The Jewish Hospital and the Resumption of Community Life in Berlin
From Our Holdings
One year after the end of the Second World War, on 3 June 1946, the synagogue at the Jewish hospital on Iranische Strasse in the Berlin district of Wedding was rededicated. Torah scrolls were festively paraded around the synagogue and Rabbi Martin Riesenburger, Cantor Oscar Ruschin, and many dignitaries and Allied military representatives took part in the service. The photograph shows Erich Nelhans, then chair of the Jewish Community of Berlin, in the middle of the frame wearing glasses and a prayer shawl.
Makeshift Community Arrangements
In the period just after the war, the reawakening of Jewish community life in Berlin was a tentative affair, the future of Judaism in Germany being extremely uncertain. But gradually, the Jewish Hospital became the center of community work. Here, in the small hospital synagogue, a Soviet army rabbi had conducted one of the first prayer services in Berlin since the end of the war, on 11 May 1945.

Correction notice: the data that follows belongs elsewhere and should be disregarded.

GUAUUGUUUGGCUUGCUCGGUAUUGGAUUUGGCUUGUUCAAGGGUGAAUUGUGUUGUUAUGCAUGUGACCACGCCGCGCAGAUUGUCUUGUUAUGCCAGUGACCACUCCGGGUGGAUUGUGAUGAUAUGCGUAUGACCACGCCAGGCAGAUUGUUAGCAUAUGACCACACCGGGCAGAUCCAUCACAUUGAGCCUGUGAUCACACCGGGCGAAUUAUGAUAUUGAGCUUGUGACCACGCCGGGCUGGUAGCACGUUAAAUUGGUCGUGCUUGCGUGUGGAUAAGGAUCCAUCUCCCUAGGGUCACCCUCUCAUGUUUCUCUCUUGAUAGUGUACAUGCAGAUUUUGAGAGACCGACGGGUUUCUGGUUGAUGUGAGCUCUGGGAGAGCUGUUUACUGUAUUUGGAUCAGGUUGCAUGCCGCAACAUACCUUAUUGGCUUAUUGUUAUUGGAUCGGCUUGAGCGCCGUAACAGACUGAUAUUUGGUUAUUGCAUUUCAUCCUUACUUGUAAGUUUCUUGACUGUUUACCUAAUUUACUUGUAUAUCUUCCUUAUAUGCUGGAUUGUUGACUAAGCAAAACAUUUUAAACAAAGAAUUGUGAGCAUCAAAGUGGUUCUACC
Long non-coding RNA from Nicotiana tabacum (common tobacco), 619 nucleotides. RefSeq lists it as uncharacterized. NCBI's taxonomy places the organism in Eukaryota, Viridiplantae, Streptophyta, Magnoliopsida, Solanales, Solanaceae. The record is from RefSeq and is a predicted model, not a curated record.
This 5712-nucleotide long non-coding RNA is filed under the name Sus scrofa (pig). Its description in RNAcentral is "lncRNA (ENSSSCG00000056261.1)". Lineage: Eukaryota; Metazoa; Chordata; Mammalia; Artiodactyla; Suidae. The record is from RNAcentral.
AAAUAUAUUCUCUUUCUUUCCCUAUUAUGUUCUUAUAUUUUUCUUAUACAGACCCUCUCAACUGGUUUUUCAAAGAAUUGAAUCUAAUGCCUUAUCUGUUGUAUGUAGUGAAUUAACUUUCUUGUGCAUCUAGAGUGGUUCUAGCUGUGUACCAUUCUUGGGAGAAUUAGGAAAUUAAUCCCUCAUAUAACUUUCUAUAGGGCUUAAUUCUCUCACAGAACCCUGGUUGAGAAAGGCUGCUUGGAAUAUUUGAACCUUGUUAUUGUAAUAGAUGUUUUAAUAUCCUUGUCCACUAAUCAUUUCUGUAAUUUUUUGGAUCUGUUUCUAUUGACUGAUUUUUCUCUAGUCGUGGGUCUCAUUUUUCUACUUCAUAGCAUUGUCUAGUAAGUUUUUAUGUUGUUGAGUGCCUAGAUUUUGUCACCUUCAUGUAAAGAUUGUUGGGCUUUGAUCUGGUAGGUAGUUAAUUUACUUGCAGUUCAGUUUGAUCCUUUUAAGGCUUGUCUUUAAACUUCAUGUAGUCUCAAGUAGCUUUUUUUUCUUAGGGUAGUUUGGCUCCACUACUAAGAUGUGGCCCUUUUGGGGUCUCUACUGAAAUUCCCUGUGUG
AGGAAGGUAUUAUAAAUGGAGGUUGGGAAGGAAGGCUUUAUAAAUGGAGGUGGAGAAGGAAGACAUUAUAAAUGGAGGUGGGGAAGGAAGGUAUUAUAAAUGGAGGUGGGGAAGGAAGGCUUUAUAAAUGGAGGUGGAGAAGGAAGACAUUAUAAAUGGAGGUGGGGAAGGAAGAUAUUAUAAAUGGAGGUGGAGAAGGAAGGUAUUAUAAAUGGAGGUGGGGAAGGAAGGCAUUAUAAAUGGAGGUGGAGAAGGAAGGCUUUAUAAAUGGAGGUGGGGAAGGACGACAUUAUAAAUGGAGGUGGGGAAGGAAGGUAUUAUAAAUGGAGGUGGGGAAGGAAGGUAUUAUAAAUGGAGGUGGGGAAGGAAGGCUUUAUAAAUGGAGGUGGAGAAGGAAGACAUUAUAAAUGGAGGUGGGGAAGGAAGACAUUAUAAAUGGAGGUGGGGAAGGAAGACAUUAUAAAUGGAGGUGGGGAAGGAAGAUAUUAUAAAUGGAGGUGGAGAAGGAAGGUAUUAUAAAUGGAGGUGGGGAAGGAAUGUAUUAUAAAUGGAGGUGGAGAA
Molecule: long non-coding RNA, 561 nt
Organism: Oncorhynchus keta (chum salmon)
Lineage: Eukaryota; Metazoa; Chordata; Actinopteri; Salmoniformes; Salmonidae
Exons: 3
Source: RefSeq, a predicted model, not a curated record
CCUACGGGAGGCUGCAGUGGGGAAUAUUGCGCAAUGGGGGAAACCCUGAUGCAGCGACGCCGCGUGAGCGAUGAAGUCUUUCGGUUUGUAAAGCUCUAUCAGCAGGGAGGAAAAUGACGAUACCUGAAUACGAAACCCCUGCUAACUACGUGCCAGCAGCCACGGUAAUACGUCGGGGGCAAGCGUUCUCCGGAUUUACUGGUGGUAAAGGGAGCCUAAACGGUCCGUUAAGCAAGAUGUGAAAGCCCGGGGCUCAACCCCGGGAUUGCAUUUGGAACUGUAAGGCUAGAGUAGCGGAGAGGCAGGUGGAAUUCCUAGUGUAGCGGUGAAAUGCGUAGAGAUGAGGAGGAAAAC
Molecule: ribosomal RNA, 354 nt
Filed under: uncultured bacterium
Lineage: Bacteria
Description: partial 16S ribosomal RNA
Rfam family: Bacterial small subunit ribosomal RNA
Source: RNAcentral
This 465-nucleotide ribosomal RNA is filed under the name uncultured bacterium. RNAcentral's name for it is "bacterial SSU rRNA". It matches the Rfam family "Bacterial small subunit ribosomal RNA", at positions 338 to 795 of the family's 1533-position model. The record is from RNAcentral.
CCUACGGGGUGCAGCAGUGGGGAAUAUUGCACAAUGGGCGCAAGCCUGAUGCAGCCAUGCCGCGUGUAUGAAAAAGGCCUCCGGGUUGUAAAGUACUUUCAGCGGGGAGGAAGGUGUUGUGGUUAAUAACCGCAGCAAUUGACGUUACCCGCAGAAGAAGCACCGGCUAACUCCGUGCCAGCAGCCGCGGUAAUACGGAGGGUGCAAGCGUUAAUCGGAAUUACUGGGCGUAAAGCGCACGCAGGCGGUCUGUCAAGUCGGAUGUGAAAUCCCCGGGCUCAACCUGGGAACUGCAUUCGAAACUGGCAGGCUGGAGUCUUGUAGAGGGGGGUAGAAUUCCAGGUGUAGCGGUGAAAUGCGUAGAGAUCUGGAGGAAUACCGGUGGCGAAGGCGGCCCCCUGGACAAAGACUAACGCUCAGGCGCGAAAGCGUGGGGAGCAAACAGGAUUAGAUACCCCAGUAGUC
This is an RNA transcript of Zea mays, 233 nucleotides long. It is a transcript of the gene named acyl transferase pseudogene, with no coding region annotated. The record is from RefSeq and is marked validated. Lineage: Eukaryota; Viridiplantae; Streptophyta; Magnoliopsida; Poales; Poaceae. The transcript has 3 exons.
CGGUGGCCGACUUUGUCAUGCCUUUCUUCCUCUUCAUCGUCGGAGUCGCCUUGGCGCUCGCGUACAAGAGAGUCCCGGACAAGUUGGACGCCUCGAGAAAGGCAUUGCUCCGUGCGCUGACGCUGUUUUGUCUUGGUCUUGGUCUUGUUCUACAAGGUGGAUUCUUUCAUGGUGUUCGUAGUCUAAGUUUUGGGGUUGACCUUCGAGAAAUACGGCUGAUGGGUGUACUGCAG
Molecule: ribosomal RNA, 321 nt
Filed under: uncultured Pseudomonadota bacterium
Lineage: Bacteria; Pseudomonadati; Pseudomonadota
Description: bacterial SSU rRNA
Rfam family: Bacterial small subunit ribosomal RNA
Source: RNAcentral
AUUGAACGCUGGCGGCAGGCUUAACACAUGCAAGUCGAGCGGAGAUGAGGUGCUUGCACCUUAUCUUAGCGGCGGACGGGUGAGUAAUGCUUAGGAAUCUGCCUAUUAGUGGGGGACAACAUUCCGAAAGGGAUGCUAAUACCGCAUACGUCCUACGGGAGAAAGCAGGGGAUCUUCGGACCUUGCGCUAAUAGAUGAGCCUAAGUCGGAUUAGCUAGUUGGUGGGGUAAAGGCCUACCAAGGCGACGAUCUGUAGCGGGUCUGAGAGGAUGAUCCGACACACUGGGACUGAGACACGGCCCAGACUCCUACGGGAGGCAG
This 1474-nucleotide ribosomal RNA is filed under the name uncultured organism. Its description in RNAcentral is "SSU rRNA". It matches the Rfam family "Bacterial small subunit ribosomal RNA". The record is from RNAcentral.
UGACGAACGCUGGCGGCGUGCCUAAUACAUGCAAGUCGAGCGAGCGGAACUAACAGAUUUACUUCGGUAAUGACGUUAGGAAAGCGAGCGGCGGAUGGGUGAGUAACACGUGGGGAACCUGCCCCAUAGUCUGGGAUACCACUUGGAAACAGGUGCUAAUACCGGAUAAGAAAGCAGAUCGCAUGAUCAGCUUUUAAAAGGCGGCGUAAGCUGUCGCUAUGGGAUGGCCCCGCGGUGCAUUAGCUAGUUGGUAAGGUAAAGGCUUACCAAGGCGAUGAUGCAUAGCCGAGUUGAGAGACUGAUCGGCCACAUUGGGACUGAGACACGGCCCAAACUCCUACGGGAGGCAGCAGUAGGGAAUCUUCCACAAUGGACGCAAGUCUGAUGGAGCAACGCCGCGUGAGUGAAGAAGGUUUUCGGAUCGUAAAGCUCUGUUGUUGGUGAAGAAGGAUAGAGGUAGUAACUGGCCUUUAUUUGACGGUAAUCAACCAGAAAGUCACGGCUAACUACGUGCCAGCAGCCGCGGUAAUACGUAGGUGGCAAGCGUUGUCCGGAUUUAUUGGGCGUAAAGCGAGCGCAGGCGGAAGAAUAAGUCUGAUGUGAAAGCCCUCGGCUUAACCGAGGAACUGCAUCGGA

This photograph is one of a large collection donated to the Jewish Museum by Klaus Zwilsky. The photograph also depicts his father Erich Zwilsky, second from the right. Erich Zwilsky had been a pharmacist at the Jewish Hospital since 1941 and was head of administration for a brief period after the war. He emigrated with his wife Ruth and son Klaus to the United States via Sweden in 1946. Our donor also had a personal connection to the synagogue: his bar mitzvah had been held there in July 1945, the first in postwar Berlin.
|Title||Rededication of the Synagogue at the Jewish Hospital|
|Copyright||Jacobson-Sonnenfeld Presse-Illustration Berlin|
|Location and year of origin||Berlin, 3 June 1946|
|Medium||Silver gelatine print on baryt paper|
|Dimensions||17,5 x 12 cm|
|Acquisition||Gift of Klaus M. Zwilsky|